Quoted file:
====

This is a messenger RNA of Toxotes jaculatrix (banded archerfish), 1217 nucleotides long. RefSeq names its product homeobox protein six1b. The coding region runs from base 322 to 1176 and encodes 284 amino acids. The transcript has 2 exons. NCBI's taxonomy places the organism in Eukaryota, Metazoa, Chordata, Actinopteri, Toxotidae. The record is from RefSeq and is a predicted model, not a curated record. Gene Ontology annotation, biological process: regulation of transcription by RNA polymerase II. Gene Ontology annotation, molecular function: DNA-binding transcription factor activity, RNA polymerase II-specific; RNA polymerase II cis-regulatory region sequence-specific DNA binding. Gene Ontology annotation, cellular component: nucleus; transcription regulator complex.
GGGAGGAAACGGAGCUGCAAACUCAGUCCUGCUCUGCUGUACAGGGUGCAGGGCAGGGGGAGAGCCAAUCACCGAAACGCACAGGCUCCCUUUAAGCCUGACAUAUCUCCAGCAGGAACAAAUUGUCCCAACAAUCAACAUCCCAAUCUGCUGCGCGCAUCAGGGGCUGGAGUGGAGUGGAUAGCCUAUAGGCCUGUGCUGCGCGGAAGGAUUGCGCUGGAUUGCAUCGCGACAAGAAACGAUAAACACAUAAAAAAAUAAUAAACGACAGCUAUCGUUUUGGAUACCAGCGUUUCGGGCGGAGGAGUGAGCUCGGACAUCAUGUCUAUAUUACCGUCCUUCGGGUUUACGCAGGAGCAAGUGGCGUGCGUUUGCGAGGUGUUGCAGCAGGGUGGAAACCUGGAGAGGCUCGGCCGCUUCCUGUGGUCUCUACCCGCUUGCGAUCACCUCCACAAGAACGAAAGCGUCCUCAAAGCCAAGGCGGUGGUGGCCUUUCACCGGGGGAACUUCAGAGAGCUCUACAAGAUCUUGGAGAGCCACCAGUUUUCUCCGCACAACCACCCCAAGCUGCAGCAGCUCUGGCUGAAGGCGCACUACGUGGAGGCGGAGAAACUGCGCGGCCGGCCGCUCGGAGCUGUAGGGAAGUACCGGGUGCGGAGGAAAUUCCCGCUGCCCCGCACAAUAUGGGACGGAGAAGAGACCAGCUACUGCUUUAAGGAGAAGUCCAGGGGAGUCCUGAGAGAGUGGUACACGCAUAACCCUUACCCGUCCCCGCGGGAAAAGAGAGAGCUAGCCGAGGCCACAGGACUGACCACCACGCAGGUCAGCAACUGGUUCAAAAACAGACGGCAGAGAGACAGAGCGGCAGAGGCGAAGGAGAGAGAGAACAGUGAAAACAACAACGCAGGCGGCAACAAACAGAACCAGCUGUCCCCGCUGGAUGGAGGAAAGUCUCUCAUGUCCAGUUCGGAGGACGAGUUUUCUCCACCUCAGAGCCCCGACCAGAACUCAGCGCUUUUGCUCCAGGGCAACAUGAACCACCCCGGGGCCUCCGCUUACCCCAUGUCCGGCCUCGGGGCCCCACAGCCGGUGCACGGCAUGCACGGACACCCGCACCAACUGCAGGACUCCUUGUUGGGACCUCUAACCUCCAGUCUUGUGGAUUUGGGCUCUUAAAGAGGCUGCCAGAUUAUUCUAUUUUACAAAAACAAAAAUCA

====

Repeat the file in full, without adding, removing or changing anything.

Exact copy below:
This is a messenger RNA of Toxotes jaculatrix (banded archerfish), 1217 nucleotides long. RefSeq names its product homeobox protein six1b. The coding region runs from base 322 to 1176 and encodes 284 amino acids. The transcript has 2 exons. NCBI's taxonomy places the organism in Eukaryota, Metazoa, Chordata, Actinopteri, Toxotidae. The record is from RefSeq and is a predicted model, not a curated record. Gene Ontology annotation, biological process: regulation of transcription by RNA polymerase II. Gene Ontology annotation, molecular function: DNA-binding transcription factor activity, RNA polymerase II-specific; RNA polymerase II cis-regulatory region sequence-specific DNA binding. Gene Ontology annotation, cellular component: nucleus; transcription regulator complex.
GGGAGGAAACGGAGCUGCAAACUCAGUCCUGCUCUGCUGUACAGGGUGCAGGGCAGGGGGAGAGCCAAUCACCGAAACGCACAGGCUCCCUUUAAGCCUGACAUAUCUCCAGCAGGAACAAAUUGUCCCAACAAUCAACAUCCCAAUCUGCUGCGCGCAUCAGGGGCUGGAGUGGAGUGGAUAGCCUAUAGGCCUGUGCUGCGCGGAAGGAUUGCGCUGGAUUGCAUCGCGACAAGAAACGAUAAACACAUAAAAAAAUAAUAAACGACAGCUAUCGUUUUGGAUACCAGCGUUUCGGGCGGAGGAGUGAGCUCGGACAUCAUGUCUAUAUUACCGUCCUUCGGGUUUACGCAGGAGCAAGUGGCGUGCGUUUGCGAGGUGUUGCAGCAGGGUGGAAACCUGGAGAGGCUCGGCCGCUUCCUGUGGUCUCUACCCGCUUGCGAUCACCUCCACAAGAACGAAAGCGUCCUCAAAGCCAAGGCGGUGGUGGCCUUUCACCGGGGGAACUUCAGAGAGCUCUACAAGAUCUUGGAGAGCCACCAGUUUUCUCCGCACAACCACCCCAAGCUGCAGCAGCUCUGGCUGAAGGCGCACUACGUGGAGGCGGAGAAACUGCGCGGCCGGCCGCUCGGAGCUGUAGGGAAGUACCGGGUGCGGAGGAAAUUCCCGCUGCCCCGCACAAUAUGGGACGGAGAAGAGACCAGCUACUGCUUUAAGGAGAAGUCCAGGGGAGUCCUGAGAGAGUGGUACACGCAUAACCCUUACCCGUCCCCGCGGGAAAAGAGAGAGCUAGCCGAGGCCACAGGACUGACCACCACGCAGGUCAGCAACUGGUUCAAAAACAGACGGCAGAGAGACAGAGCGGCAGAGGCGAAGGAGAGAGAGAACAGUGAAAACAACAACGCAGGCGGCAACAAACAGAACCAGCUGUCCCCGCUGGAUGGAGGAAAGUCUCUCAUGUCCAGUUCGGAGGACGAGUUUUCUCCACCUCAGAGCCCCGACCAGAACUCAGCGCUUUUGCUCCAGGGCAACAUGAACCACCCCGGGGCCUCCGCUUACCCCAUGUCCGGCCUCGGGGCCCCACAGCCGGUGCACGGCAUGCACGGACACCCGCACCAACUGCAGGACUCCUUGUUGGGACCUCUAACCUCCAGUCUUGUGGAUUUGGGCUCUUAAAGAGGCUGCCAGAUUAUUCUAUUUUACAAAAACAAAAAUCA